Language selection



Heroes Remember

I don't know why I did it but I knew most of my friends that were in Windsor and whether I felt that the dollar and ten cents a day they were going to give me was a lot more than a dollar a week I might get if I went to town. And you don't, I don't think you look past the end of your nose what war was actually about or what the results of yourself could be and it's, I don't really think I thought of that. I figured, well, if they're gonna call me up, and if I go and volunteer, I can join what I want, but if they call me up, I gotta do, go where they want. And so I ended up in the artillery in February ‘41, the 18th of February, ‘41. Interviewer: What do you remember about that day you enlisted? Well, I remember walking around bare naked. All kinds of exams and checks and looked at and checked every part of you that ever did work. And the last thing I remember was going into the room and we had three shots; two in one arm and one in the other. We put our clothes back on and then we went out in the parade square and tossed a basketball around, I guess cause of the shots, for a while. And then you got your uniforms and into your quarters. I'll never forget those three shots cause boy, oh boy! It was a, but all strangers, complete strangers and they were just took x-rays, but I never told them I had TB as a child, or polio. But nothing has ever shown up in my things. Never did. And then we got a few days leave, I went to see my mother and sister in Windsor. Interviewer: What was the reaction of your mother and sister? Well, I don't know. It's kinda hard to go back that far. Remember, my mother was still working at housekeeping. My sister was married, had one child. So I stayed there for a couple days and went back. But mother never mentioned about my father. I didn't think. I think well, I decided to join up. Everybody else was joining up. And having bumped into several of my school mates in Windsor at the time I was home there and they were in uniform so I felt, “Well, maybe I did the right thing.” I done what I wanted, joined when I wanted. I didn't know what the artillery was all about but I just took the advice of somebody who was our commander and figured he should know more than I do cause he'd been there.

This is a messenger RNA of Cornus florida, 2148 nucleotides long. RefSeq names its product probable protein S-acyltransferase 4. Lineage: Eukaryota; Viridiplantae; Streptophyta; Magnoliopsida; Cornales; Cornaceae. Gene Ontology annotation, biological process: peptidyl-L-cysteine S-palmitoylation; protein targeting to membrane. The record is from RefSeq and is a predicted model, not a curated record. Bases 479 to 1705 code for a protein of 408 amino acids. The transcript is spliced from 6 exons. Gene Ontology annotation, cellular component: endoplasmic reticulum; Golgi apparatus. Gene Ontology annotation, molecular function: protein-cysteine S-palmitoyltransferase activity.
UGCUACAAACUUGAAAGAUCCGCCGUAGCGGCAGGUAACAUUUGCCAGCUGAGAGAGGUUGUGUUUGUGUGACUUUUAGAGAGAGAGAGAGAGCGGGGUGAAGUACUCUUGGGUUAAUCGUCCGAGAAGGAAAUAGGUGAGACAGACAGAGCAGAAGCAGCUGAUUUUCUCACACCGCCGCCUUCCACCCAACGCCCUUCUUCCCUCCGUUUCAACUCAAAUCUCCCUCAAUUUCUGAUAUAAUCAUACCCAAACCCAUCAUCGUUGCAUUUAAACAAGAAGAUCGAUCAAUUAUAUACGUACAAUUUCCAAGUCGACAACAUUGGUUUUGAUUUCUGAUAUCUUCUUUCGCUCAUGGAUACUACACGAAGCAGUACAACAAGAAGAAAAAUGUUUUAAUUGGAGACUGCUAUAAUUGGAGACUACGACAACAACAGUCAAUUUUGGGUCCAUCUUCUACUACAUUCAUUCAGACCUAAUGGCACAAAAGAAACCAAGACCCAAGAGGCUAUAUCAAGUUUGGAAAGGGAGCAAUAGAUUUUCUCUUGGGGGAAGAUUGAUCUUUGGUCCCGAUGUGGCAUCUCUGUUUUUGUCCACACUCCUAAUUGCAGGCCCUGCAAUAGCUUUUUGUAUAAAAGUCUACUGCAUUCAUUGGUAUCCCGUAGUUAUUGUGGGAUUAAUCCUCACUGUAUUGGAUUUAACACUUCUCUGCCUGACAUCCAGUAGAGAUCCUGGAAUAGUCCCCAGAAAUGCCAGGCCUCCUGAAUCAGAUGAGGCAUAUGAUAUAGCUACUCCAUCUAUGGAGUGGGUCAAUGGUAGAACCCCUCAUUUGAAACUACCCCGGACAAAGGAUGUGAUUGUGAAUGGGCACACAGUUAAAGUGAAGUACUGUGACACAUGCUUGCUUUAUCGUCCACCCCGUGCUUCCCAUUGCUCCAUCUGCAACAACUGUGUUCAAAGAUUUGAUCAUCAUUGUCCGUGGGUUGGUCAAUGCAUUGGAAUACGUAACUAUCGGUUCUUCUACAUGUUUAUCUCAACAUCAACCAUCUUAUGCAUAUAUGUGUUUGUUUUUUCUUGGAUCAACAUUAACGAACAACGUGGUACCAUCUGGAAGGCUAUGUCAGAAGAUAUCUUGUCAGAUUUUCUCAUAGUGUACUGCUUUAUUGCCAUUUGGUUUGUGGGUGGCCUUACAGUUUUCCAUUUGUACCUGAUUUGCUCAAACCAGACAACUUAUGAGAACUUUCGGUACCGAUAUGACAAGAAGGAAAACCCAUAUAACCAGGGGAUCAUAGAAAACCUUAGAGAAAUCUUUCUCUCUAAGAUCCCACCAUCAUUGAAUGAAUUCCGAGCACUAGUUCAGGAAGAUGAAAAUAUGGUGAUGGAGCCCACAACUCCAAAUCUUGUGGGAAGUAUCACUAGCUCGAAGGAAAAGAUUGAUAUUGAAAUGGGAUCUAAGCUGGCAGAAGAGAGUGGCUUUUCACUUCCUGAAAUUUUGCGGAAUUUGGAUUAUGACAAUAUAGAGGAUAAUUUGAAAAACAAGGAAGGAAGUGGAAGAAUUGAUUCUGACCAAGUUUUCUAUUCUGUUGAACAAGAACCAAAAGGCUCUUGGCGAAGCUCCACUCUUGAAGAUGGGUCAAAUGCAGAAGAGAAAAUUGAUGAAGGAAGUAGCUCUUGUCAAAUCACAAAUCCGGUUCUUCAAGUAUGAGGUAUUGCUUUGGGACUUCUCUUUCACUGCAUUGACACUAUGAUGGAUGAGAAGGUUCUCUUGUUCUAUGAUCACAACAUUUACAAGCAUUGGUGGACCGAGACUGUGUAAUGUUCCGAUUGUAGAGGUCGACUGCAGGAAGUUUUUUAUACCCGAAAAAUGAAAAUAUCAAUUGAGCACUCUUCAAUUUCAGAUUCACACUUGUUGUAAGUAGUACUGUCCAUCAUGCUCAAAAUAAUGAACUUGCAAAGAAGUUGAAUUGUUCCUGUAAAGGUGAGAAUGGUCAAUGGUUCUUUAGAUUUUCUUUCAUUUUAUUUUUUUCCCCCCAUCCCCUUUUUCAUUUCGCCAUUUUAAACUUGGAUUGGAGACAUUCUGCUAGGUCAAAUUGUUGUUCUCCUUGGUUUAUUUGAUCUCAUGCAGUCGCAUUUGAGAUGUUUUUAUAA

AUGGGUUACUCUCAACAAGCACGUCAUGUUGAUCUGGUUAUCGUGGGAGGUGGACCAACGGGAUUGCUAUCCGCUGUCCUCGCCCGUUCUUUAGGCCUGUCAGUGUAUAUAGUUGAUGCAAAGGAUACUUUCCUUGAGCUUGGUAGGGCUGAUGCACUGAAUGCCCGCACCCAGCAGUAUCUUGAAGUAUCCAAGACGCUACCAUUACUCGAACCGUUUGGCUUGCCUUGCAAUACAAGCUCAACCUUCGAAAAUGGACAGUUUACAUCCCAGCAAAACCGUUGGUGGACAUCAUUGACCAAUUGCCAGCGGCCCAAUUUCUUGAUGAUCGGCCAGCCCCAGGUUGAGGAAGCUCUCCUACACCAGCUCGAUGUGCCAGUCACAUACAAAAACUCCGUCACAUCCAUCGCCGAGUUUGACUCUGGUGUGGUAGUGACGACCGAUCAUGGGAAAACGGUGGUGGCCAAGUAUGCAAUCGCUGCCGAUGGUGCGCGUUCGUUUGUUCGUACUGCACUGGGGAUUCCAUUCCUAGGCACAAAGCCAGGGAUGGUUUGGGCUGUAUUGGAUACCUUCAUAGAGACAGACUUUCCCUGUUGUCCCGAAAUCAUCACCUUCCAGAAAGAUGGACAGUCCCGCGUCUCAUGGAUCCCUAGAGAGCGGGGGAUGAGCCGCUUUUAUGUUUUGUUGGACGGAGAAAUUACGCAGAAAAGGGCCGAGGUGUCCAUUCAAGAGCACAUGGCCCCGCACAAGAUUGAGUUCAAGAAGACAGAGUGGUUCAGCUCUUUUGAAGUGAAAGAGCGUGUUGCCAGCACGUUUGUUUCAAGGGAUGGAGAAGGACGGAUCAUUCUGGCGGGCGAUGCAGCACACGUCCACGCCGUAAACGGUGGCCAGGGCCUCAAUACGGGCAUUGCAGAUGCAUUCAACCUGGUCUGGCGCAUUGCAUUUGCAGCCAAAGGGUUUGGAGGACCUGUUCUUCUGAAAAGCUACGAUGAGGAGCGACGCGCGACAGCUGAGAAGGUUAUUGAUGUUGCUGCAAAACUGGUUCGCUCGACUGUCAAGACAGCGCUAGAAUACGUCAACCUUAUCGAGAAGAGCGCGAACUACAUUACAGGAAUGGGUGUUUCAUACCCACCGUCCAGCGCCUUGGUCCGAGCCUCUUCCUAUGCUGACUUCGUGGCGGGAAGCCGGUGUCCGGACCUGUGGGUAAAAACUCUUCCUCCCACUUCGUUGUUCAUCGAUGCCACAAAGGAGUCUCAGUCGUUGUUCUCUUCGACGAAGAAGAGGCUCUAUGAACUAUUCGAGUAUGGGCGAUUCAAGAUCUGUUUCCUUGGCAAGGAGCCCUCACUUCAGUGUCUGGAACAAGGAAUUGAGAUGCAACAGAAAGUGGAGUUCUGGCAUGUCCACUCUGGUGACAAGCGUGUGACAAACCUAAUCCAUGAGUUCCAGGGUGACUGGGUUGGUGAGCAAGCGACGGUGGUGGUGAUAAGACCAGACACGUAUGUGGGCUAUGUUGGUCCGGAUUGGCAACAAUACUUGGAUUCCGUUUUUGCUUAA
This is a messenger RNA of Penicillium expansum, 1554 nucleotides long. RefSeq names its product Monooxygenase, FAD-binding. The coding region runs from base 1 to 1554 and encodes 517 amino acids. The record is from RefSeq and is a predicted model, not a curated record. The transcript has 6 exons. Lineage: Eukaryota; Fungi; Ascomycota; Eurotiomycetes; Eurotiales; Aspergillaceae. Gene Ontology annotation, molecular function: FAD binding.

On February 18, 1941, Mr. Rogers enlisted in the Canadian Army. He describes why he felt compelled to do so.

Frederick Rogers

Mr. Rogers was an infant when his father died as a result of gas poisoning during his service in the First World War. His mother brought him and his only sister to Canada when he was about two years old. Mr. Rogers joined the Essex Regiment Tank (militia) in Windsor, Ontario when he was 14 or 15 years old. He went on to complete Grade 10 and at the age of 16 went to work on a farm to support himself. He enlisted in the Canadian Army on February 18, 1941. Basic training was provided in Kitchener, Ontario and he was then sent to Camp Petawawa and, finally, to Sussex, New Brunswick to join the 12th Field regiment as a replacement. The regiment arrived in Liverpool, England on July 31, 1941 and were immediately taken by train to Bramshot, England.

Meta Data
Veterans Affairs Canada
Person Interviewed:
Frederick Rogers
War, Conflict or Mission:
Second World War
North America
12th Field Regiment

Copyright / Permission to Reproduce

Related Videos

Date modified: